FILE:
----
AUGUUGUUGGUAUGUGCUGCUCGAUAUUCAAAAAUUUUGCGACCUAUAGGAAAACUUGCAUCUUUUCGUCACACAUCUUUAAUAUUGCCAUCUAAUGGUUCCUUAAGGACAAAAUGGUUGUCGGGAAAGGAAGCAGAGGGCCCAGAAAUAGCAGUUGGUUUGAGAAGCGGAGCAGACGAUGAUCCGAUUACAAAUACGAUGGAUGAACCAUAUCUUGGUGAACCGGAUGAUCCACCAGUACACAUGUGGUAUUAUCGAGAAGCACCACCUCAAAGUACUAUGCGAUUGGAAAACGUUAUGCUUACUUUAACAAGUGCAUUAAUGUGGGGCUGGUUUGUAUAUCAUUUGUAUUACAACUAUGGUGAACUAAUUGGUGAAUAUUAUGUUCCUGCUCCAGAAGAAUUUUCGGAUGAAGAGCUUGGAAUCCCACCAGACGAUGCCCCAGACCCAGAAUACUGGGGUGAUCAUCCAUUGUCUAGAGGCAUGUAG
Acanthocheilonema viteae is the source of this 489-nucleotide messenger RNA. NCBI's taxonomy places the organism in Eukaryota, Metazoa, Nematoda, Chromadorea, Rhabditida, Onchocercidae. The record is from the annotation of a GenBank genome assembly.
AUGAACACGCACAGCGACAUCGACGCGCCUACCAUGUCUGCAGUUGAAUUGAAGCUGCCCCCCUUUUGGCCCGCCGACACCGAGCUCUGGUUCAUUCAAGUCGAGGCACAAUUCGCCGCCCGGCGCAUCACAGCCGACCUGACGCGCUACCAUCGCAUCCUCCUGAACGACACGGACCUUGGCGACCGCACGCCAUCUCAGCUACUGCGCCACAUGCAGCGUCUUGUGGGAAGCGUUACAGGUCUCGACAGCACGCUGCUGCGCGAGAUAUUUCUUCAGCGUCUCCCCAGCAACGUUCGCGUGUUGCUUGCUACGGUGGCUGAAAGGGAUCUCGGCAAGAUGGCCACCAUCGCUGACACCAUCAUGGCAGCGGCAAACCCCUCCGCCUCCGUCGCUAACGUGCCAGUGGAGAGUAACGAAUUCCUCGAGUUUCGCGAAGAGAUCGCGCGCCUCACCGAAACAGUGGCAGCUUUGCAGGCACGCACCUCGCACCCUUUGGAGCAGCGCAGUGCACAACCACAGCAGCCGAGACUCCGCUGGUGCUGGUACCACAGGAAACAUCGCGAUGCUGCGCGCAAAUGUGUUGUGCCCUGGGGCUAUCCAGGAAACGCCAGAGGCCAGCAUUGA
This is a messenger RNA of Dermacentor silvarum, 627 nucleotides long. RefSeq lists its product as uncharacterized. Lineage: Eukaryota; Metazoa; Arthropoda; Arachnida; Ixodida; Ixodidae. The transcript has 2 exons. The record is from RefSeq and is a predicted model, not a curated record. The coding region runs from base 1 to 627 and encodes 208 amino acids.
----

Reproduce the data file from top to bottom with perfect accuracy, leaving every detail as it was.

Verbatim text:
AUGUUGUUGGUAUGUGCUGCUCGAUAUUCAAAAAUUUUGCGACCUAUAGGAAAACUUGCAUCUUUUCGUCACACAUCUUUAAUAUUGCCAUCUAAUGGUUCCUUAAGGACAAAAUGGUUGUCGGGAAAGGAAGCAGAGGGCCCAGAAAUAGCAGUUGGUUUGAGAAGCGGAGCAGACGAUGAUCCGAUUACAAAUACGAUGGAUGAACCAUAUCUUGGUGAACCGGAUGAUCCACCAGUACACAUGUGGUAUUAUCGAGAAGCACCACCUCAAAGUACUAUGCGAUUGGAAAACGUUAUGCUUACUUUAACAAGUGCAUUAAUGUGGGGCUGGUUUGUAUAUCAUUUGUAUUACAACUAUGGUGAACUAAUUGGUGAAUAUUAUGUUCCUGCUCCAGAAGAAUUUUCGGAUGAAGAGCUUGGAAUCCCACCAGACGAUGCCCCAGACCCAGAAUACUGGGGUGAUCAUCCAUUGUCUAGAGGCAUGUAG
Acanthocheilonema viteae is the source of this 489-nucleotide messenger RNA. NCBI's taxonomy places the organism in Eukaryota, Metazoa, Nematoda, Chromadorea, Rhabditida, Onchocercidae. The record is from the annotation of a GenBank genome assembly.
AUGAACACGCACAGCGACAUCGACGCGCCUACCAUGUCUGCAGUUGAAUUGAAGCUGCCCCCCUUUUGGCCCGCCGACACCGAGCUCUGGUUCAUUCAAGUCGAGGCACAAUUCGCCGCCCGGCGCAUCACAGCCGACCUGACGCGCUACCAUCGCAUCCUCCUGAACGACACGGACCUUGGCGACCGCACGCCAUCUCAGCUACUGCGCCACAUGCAGCGUCUUGUGGGAAGCGUUACAGGUCUCGACAGCACGCUGCUGCGCGAGAUAUUUCUUCAGCGUCUCCCCAGCAACGUUCGCGUGUUGCUUGCUACGGUGGCUGAAAGGGAUCUCGGCAAGAUGGCCACCAUCGCUGACACCAUCAUGGCAGCGGCAAACCCCUCCGCCUCCGUCGCUAACGUGCCAGUGGAGAGUAACGAAUUCCUCGAGUUUCGCGAAGAGAUCGCGCGCCUCACCGAAACAGUGGCAGCUUUGCAGGCACGCACCUCGCACCCUUUGGAGCAGCGCAGUGCACAACCACAGCAGCCGAGACUCCGCUGGUGCUGGUACCACAGGAAACAUCGCGAUGCUGCGCGCAAAUGUGUUGUGCCCUGGGGCUAUCCAGGAAACGCCAGAGGCCAGCAUUGA
This is a messenger RNA of Dermacentor silvarum, 627 nucleotides long. RefSeq lists its product as uncharacterized. Lineage: Eukaryota; Metazoa; Arthropoda; Arachnida; Ixodida; Ixodidae. The transcript has 2 exons. The record is from RefSeq and is a predicted model, not a curated record. The coding region runs from base 1 to 627 and encodes 208 amino acids.